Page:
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port lands

Toronto has a once-in-a-lifetime opportunity to transform an underused resource in the heart of downtown. The Port Lands will be home to sustainable new communities that deliver affordable housing and job opportunities, along with renewed connections to the water and natural environment.

The Port Lands is a 356 hectare (880-acre) district bounded by the Keating Channel/Don River and Lake Shore Boulevard in the north, the Toronto Inner Harbour in the west, Ashbridges Bay in the east and Lake Ontario and Tommy Thompson Park in the south. This extensive, underutilized area presents an unprecedented opportunity for waterfront revitalization. Much of the Port Lands is publicly owned and is within a 30 minute walk of downtown Toronto. The southern portion of the Port Lands is bordered by Lake Ontario and much of it is used formally and informally as recreational space.

 

The Port Lands are man-made and were created by decades of infilling what was once one of the largest wetlands on Lake Ontario. Beginning in the 1880s, the area was gradually filled in to make more land available for industry and shipping. Since it was created, most of the Port Lands have been utilized for port and industrial uses, and the majority of the area currently lacks servicing for other uses. About 290 hectares (715 acres) of the area is also in the flood plain of the Don River and flood protection must be created before the area can be fully developed.

 

Given the size and numerous challenges with the area, revitalization of the Port Lands is a long term initiative.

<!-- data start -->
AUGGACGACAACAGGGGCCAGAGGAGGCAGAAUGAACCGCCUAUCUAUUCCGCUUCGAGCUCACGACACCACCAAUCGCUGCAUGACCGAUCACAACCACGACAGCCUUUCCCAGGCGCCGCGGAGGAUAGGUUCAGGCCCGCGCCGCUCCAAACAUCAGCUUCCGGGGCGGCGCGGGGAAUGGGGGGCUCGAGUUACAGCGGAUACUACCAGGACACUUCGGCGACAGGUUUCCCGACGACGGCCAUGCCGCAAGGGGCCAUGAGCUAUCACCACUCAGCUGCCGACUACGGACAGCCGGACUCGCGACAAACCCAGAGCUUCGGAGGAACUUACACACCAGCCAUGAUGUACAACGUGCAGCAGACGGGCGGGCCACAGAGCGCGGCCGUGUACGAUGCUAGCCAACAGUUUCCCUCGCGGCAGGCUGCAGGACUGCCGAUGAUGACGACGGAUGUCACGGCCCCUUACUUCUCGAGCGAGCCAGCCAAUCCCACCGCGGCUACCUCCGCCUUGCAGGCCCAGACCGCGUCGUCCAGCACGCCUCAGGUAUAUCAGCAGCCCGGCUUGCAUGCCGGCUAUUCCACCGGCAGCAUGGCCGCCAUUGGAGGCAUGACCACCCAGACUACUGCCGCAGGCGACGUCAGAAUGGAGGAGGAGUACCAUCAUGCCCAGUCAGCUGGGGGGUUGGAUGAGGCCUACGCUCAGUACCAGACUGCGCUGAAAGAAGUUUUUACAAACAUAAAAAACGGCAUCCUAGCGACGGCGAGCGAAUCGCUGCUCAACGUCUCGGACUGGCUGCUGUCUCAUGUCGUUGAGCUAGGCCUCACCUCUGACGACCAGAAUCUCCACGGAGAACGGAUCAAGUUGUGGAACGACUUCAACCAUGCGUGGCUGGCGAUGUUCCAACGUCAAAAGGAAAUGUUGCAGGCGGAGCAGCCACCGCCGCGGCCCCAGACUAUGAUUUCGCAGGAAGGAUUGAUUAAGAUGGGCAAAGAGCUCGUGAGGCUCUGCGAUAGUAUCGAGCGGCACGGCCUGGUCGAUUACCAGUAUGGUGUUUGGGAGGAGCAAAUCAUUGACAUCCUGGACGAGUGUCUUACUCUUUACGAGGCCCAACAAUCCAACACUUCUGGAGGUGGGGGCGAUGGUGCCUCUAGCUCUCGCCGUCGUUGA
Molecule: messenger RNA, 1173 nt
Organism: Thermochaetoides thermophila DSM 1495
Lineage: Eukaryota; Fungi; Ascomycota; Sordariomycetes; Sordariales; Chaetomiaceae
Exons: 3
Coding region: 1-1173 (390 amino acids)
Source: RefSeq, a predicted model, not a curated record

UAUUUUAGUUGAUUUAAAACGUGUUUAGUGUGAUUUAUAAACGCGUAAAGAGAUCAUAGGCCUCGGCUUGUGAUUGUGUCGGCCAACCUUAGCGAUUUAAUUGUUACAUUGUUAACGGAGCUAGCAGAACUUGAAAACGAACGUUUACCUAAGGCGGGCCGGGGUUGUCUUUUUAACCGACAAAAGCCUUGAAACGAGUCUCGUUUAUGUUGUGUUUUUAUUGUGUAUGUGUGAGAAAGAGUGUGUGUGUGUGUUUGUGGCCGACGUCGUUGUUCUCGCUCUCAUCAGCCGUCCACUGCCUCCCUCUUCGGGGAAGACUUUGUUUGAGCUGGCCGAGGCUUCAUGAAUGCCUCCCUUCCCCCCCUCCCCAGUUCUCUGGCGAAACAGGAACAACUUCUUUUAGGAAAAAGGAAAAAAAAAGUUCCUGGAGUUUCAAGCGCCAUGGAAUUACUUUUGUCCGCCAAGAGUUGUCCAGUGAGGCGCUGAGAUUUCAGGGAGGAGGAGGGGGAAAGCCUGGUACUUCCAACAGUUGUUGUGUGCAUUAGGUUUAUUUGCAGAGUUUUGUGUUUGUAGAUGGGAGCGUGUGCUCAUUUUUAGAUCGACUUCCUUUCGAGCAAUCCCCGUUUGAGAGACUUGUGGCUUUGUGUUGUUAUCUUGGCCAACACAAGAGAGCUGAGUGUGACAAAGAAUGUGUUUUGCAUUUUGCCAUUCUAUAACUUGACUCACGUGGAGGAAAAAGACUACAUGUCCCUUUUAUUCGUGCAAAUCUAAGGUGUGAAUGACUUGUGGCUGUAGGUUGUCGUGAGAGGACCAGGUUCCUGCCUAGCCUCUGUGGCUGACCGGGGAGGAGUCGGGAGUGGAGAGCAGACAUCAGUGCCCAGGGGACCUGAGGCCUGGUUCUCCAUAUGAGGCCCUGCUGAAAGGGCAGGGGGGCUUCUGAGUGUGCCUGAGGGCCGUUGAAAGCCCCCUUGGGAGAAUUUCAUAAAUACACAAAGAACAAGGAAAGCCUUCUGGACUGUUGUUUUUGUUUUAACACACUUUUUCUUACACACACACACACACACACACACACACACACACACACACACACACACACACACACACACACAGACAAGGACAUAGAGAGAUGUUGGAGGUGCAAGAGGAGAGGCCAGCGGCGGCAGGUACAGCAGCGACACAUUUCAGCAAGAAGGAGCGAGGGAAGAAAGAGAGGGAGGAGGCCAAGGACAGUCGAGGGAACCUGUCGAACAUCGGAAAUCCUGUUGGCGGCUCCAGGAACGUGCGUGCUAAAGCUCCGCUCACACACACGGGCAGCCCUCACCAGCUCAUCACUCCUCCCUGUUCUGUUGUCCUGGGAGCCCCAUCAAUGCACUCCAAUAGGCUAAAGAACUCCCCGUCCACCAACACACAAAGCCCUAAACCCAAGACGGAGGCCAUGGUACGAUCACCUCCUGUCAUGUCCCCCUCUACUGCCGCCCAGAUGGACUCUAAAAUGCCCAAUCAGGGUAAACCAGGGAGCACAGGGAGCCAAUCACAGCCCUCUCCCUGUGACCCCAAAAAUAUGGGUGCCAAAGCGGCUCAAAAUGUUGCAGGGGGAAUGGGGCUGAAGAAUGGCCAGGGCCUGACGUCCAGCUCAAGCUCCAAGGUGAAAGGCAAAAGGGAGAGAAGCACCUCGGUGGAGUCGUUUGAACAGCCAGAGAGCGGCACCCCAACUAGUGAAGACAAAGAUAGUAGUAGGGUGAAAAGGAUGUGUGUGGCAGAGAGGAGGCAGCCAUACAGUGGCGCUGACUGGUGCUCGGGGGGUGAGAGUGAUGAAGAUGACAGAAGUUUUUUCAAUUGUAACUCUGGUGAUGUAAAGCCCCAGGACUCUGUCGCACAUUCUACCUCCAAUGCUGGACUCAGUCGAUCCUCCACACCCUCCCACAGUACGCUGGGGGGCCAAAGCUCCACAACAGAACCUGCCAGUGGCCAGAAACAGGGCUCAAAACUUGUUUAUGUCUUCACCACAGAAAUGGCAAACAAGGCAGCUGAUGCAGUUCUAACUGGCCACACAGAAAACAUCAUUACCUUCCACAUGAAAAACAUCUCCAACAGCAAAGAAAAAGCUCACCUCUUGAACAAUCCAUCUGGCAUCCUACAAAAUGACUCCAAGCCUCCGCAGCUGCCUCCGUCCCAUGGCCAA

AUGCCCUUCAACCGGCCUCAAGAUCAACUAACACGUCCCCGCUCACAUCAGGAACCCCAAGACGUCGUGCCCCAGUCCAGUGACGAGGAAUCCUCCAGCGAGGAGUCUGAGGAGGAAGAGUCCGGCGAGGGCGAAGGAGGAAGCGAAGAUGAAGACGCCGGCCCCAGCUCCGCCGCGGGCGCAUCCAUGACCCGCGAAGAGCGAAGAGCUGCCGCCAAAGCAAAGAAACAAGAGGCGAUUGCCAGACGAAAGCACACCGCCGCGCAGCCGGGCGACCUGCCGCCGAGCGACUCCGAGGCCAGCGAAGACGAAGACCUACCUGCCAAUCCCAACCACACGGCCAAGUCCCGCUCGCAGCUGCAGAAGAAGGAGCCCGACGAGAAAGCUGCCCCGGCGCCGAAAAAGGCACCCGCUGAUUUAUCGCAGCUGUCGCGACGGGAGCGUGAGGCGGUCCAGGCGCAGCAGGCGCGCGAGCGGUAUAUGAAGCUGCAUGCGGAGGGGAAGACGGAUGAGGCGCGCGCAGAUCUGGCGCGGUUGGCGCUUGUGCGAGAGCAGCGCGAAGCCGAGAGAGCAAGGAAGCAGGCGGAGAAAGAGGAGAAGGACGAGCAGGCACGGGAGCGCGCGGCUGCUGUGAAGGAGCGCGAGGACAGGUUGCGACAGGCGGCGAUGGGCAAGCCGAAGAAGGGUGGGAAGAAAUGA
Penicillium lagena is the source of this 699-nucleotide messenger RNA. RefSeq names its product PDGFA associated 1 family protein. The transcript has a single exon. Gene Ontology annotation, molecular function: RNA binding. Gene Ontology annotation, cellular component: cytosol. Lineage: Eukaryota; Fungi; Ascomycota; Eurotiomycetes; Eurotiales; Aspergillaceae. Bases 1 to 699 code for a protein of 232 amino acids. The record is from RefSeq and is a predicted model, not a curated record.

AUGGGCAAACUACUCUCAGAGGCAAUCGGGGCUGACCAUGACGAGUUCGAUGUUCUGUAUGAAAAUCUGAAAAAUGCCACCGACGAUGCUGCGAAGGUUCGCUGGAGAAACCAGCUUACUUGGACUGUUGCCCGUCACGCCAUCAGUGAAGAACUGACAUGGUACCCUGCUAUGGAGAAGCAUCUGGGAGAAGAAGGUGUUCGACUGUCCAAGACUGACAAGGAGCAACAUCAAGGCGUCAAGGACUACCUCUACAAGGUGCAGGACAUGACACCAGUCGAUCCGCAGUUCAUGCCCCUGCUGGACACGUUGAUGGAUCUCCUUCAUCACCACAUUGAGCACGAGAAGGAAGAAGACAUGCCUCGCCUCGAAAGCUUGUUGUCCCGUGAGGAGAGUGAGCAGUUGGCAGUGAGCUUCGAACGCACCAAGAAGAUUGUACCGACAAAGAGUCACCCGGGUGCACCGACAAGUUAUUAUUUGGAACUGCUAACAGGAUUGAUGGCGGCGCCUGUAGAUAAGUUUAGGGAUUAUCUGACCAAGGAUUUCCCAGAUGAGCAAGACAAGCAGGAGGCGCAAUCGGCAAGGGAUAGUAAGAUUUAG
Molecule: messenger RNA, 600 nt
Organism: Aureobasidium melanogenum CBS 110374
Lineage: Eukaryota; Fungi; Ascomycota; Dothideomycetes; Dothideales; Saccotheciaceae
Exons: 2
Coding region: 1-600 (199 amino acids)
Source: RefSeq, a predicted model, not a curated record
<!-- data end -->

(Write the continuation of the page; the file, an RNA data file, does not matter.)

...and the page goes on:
public consultation

 

Public consultation is an important component of planning the Port Lands. Throughout the development of the Planning Framework and the Transportation and Servicing Master Plan, Waterfront Toronto worked with the City of Toronto to conduct the same robust consultation process that was established during the original Port Lands Acceleration Initiative. This includes a Stakeholder Advisory Committee (SAC) and Land Owners and Users Advisory (LUAC) providing input and guidance on the development of the Planning Framework at key points during the project, as well as consultation with the broader public. Find the consultation process summary report here.
 

Extensive consultation was also undertaken during the Don Mouth and Port Lands Flood Protection Project Environmental Assessment (DMNP EA). On December 17, 2010, TRCA and Waterfront Toronto submitted the Final DMNP EA for public, agency and stakeholder review and approval as required under section 6.2(1) of the Environmental Assessment Act and according to the Terms of Reference approved by the Minister of the Environment on August 17, 2006. Find the consultation record here.

 

mouth of the don river and port lands flood protection

 

The Don Mouth Naturalization and Port Lands Flood Protection Project will create a new river outlet to Lake Ontario, continuous riverfront open space and expanded opportunities for interaction with the water. It will also enhance habitat for natural species and will re-establish wetlands in the area, which provide social and environmental benefits and naturally moderate the effects of flooding and erosion. In 2017, Waterfront Toronto received $1.25 billion in tri-government funding to deliver this project. Find out more about the new river here.
 

 

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improving the area